The news that the University of Montana fired athletic director Jim O'Day and football coach Robin Pflugrad was nothing short of jaw-dropping Thursday.
Simply put, the Montana Grizzlies program is the face of the Football Championship Subdivision.
Good or bad, loved or hated, the national program from the state university in the seventh-smallest populous state stands tallest nationally in what it means to the division.
Montana has played in all but one of the last 19 national playoffs and appeared in seven of the last 17 national title games, winning championships in 1995 and 2001.
But don't make the mistake of thinking what happens on the field is more important than what happens off the field. Both should be held to the highest standard, and there's no hiding criminal acts or indiscretions anymore in a sports world that has been rocked by what Penn State seemingly tried to sweep under the rug.
The two firings at Montana come in the wake of the university's recent investigation into numerous alleged sexual assaults on campus, some of which involved Montana football players.
Special teams player Beau Donaldson was suspended from the team in January after he was charged with raping an acquaintance.
Earlier this month, starting quarterback Jordan Johnson missed the beginning of spring drills after a temporary restraining order was filed against him by a female student, who alleged she had been sexually assaulted by him. The order was later dismissed in favor of a civil agreement that mandates he and his accuser avoid contact.
University president Royce C. Engstrom even conceded at a public forum in January that part of the sexual assault issues on campus are attributed to a small number of the university's athletes.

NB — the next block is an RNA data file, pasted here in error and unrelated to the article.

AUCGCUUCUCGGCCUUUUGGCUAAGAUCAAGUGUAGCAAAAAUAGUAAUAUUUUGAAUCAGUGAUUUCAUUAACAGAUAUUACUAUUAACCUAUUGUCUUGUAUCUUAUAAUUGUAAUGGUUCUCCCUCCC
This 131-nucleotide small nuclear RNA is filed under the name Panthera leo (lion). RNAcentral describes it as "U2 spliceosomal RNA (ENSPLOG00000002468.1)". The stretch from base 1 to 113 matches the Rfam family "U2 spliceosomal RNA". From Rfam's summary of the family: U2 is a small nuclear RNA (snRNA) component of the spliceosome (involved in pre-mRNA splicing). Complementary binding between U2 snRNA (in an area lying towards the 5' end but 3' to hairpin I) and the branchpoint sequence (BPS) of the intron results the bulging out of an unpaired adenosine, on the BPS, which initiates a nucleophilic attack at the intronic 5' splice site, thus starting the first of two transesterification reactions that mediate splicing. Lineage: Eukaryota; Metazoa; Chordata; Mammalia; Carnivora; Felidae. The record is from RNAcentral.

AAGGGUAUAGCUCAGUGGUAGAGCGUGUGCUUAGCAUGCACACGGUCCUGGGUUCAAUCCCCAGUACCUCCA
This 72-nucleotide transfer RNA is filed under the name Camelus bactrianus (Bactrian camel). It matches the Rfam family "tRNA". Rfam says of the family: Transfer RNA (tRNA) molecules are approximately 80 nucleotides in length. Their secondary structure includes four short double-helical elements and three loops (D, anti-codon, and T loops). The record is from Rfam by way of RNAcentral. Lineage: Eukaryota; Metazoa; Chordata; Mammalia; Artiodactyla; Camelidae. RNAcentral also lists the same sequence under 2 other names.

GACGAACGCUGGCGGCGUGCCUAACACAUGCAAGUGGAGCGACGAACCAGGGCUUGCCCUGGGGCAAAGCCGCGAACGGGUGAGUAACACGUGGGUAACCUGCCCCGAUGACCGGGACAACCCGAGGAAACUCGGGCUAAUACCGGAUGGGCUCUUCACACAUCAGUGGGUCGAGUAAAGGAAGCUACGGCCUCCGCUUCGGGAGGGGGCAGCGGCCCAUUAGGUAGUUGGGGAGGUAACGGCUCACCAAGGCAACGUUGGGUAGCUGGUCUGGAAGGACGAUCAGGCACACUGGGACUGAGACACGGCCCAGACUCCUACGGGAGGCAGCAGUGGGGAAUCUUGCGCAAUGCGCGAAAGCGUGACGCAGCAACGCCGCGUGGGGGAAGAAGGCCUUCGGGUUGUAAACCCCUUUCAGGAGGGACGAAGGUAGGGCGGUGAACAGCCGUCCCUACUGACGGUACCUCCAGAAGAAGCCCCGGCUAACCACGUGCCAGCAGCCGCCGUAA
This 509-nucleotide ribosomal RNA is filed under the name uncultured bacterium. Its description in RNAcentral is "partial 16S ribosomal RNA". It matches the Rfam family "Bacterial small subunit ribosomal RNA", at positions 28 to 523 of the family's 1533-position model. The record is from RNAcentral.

Thus, after the problems worsened, Montana had no choice but to fire its athletic department's leader since 2005 and the leader of its football program for the last two-plus years.
O'Day and Pflugrad are well-liked and highly respected in most circles. O'Day even serves as the chair of the FCS playoff committee and Pflugrad took the Grizzlies to the national semifinals this past season.
But there's accountability for actions, and the pattern involving former and current football players needed to be halted, and wasn't. There comes a point in which the university administration, under Engstrom, had to show publicly the problems went too far.
Thursday afternoon, the university said in a statement it will announce an interim athletic director and interim head coach by the end of the week. They might be just that, interim.
But before someone ultimately guides the Grizzlies onto the playing field come Sept. 1, Montana should try to step backward to make a step forward.
It's time for Montana to put in a call to Don Read.
Read, 78, guided the Grizzlies to their 1995 national championship and an 85-36 record in 10 seasons. He retired from coaching after the championship, but later served as the Montana AD in 2004 and '05, prior to O'Day getting elevated to the position.
Read is still active in football, working with Oregon State in scouting and game planning. His son Bruce is the Beavers' special teams coordinator.
Montana needs Don Read's input in some way, even if it is just as a consultant. He could help guide this program through such a turbulent period.